In response to the ongoing COVID-19 pandemic, the Internal Revenue Service (“IRS”) recently issued IRS Notice 2020-39, which provides certain relief related to the calculation of time-sensitive deadlines under the federal Opportunity Zone program (“OZ Program”) outlined in Internal Revenue Code (“Code”) Section 1400Z-2 and the underlying Treasury Regulations (“OZ Regulations”). Although the IRS previously extended the 180-day deadline to invest in a qualified opportunity fund (in addition to other tax related deadlines) under IRS Notice 2020-23, IRS Notice 2020-39 expands upon the prior relief and provides investors and existing projects additional time to address issues and delays related to the COVID-19 pandemic.
Overview of Opportunity Zone Relief Provided Under IRS Notice 2020-39
- 180-Day Investment Requirement for Investors in a Qualified Opportunity Fund (“QOF”)
- General 180-Day Investment Requirement. Code Section 1400Z-2 and the OZ Regulations generally require a taxpayer to invest eligible gain into a QOF within 180 days from the day the taxpayer would recognize the gain for federal tax purposes in order receive the available tax incentives (i.e., temporary deferral of gain, basis step-up, exclusion of appreciation). As a result, if a taxpayer generates eligible gain from the sale of stock that the taxpayer owns individually, the 180-day period would start on the date the stock is sold.
- 180-Day Investment Requirement for Owners of a Passthrough Entity. With respect to an owner’s distributive share of eligible gain from a partnership/passthrough entity that the partnership/entity did not elect to defer by investing in a QOF on behalf of the partnership/entity, the owner of a passthrough entity has the following three options for when the 180-day investment period begins for the partner’s share of the eligible gain:
- End of the Entity’s Taxable Year. The 180-day period begins on the last day of the passthrough entity’s taxable year (which for most entities taxed as a partnership would be 12/31). This is the general rule absent an election for a separate start date by the owner.
- Date the Passthrough Entity Recognizes the Gain. The owner can elect to use the passthrough entity’s 180-day start date instead of the end of the entity’s taxable year. For example, if the passthrough entity generated gain from the sale of stock on April 10, 2019, and the entity determined it was not going to elect to defer the gain by investing in a QOF, the partner could elect to invest its share of eligible gain in a QOF within the 180-day period beginning on April 10, 2019 rather than wait until December 31, 2019 for the 180-day period to begin.
- Date the Passthrough Entity’s Tax Return is Due. The owner can elect to use the due date of the passthrough entity’s tax return, without extensions, for the tax year in which the eligible gain was generated, as the start date for the 180-day period. For entities taxed as a partnership, that date is generally March 15 of the following year.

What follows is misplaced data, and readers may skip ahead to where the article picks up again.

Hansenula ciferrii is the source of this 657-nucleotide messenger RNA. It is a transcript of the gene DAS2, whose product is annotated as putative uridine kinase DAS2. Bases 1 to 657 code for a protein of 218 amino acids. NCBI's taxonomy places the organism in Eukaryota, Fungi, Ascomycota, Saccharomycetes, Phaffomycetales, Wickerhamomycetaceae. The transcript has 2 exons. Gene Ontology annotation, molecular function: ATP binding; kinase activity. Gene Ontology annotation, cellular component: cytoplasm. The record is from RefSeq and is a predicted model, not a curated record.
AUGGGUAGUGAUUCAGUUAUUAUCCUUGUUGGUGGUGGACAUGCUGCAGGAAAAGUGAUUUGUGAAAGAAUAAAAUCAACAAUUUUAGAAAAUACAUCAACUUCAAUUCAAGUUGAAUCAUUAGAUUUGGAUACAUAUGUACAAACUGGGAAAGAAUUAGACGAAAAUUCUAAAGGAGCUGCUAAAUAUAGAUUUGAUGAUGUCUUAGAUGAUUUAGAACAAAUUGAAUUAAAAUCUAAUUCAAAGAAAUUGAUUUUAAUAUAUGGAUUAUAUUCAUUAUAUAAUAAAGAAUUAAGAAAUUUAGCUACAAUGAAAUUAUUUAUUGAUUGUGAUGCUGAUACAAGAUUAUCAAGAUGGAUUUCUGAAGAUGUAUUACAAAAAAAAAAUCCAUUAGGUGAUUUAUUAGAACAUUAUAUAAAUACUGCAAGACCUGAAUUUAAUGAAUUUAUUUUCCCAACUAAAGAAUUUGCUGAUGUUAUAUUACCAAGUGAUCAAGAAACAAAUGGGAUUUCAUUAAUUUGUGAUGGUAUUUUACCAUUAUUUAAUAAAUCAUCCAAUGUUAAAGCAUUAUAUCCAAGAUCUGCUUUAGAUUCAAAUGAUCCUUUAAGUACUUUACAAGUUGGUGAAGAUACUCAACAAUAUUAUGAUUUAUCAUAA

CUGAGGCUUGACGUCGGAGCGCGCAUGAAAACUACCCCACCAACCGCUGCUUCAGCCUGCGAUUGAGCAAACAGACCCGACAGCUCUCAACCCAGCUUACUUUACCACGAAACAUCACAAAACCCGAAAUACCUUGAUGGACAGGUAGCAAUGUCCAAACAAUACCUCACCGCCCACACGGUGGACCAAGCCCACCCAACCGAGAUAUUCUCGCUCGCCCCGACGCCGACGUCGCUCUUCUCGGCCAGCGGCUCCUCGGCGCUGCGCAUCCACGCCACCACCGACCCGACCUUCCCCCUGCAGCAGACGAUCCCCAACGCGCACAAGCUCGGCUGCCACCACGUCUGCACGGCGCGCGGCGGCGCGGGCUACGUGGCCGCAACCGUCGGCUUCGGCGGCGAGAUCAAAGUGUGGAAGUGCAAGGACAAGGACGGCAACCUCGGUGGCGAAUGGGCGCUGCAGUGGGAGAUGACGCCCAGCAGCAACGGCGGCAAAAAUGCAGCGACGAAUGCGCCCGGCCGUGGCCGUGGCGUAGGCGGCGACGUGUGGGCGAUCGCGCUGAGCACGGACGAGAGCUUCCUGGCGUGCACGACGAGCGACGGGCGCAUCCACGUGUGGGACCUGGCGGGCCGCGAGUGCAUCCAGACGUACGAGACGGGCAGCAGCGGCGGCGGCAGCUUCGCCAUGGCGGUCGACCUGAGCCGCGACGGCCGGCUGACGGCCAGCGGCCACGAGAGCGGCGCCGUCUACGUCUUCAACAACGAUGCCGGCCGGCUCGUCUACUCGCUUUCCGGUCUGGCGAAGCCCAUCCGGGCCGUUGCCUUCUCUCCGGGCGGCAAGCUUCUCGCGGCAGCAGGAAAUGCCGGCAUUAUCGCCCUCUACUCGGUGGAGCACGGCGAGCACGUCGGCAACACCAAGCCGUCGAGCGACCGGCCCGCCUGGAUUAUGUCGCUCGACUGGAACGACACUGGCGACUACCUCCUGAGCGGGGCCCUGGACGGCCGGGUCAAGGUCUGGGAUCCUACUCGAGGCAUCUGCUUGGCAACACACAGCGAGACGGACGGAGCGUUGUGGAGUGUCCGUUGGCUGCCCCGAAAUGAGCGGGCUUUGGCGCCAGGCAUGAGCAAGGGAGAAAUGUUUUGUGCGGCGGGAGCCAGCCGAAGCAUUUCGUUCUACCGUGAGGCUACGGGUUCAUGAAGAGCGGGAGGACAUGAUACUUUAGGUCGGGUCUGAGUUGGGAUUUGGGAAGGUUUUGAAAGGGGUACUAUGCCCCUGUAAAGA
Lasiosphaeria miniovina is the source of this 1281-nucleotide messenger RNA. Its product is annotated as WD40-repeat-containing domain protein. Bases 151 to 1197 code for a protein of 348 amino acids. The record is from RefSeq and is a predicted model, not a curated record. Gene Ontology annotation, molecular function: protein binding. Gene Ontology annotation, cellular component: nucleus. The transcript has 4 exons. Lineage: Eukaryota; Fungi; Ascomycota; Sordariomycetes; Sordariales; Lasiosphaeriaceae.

- IRS Notice 2020-39 Relief – What Changes? Extending a previous extended deadline under IRS Notice 2020-23 (extending certain time-sensitive deadlines falling on or after April 1, 2020 to July 15, 2020), IRS Notice 2020-39 provides that if the 180-Day period to make a qualifying investment into a QOF (depending on how the investor elected to calculate that 180-Day period) would have ended on or after April 1, 2020, and before December 31, 2020, then such taxpayers are automatically provided an extension until December 31, 2020.
- Next Steps – Duty to Make a Timely Deferral Election. Despite the automatic relief, the taxpayer will still need to make a valid deferral election on IRS Form 8949 and complete IRS Form 8997 and file these forms with a timely filed federal tax return (including any extension) or amended federal tax return for the taxable year in which the gain would have otherwise been recognized.
- 90% Investment Standard for QOFs
- 90% Investment Standard Summary. At least 90% of the assets owned by a QOF must be Qualified Opportunity Zone Property (e.g., an equity interest in a Qualified Opportunity Zone Business and/or Opportunity Zone Business Property) (“QOZ Property”). The QOF calculates the 90% investment standard semi-annually: (i) on the last day of the first six-month period of the taxable year; and (ii) on the last day of the taxable year. The two semi-annual test results are then averaged to determine whether the QOF satisfies the 90% threshold, and the results are reported by the QOF on IRS Form 8996. Absent reasonable cause, the QOF is subject to civil penalties if the QOF fails the 90% investment standard. This requirement is the source of the often misrepresented requirement that a QOF has 180 days to invest in QOZ Property. The QOF simply has to invest in a timely manner to satisfy the semi-annual tests, keeping in mind the fact that the QOF has the option to not take into account any investments into the QOF that occurred within the six month period prior to the semi-annual test when calculating the numerator and denominator for such test.